While The Taming of the Shrew, their John Cranko party piece, was allotted three of their five-night run, it was the Stuttgart Ballet’s “Made in Germany” program that put hardcore balletomane bums in seats.
Thirteen offerings, old and new, split into three segments. At three hours running time, not for the faint of heart and, a very, very mixed bill.
The old: two Crankos, one John Neumeier, the piped music not best enhancement to their lyrical styles and perhaps suffering from being extracted from longer narratives (Romeo and Juliet; Dame aux Camellias) and set onto a simple dark stage. It had me wondering if the dancers, all superb, had had the time to transition from the angular demands of the newer works to the character needs of the former.
The new repertory was aggressively 21st century, many of whose creators had been beneficiaries of the Stuttgart’s own Noverre Society Young Choreographers presentations. There was huge musical variety: Elvis, Shostakovich, Sarah Vaughn, Rossini, Johnny Cash, Schubert, a typewriter; the choreographic styles, too, a smorgasbord, from the extreme twitchiness of Stuttgart resident choreographer Marco Goecke’s Fancy Goods and Äffi; to the vogue and popping influenced fluidity of Edward Clug’s Ssss; the Troc-esque parody of Christian Spuck; the sinuous ambiguities of Demis Volpi; and the thrusting, flying athleticisms of Itzik Galili, Mauro Bigonzetti and Douglas Lee.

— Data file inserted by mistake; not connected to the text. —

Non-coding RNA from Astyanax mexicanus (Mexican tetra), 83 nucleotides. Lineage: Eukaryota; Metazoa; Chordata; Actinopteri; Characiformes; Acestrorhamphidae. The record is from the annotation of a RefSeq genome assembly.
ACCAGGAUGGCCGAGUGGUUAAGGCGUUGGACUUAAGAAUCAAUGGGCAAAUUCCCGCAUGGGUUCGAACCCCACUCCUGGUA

I was struck by the dancers’ profound musicality. In the newest works, much movement was in polyrhythmic counter to the beat or stretching the spaces between notes in unexpected directions. The company’s collective fat content was about 0.03%, the muscles and tendons of exposed male torsos both catalyst and participant for Goecke in particular. The women are hyper-extensive — lanky limbs explosive as well as enveloping — and tiny, far more tiny than I’m used to these days. Maybe fitting for the one-handed lifts and gymnastic, spiral-ing throws that are an exciting company trademark, but are they consuming any-thing more than nicotine and thin gruel? I pined for their bones.
Candace Allen lives in London. She is the author of ‘Soul Music The Pulse of Race and Music.’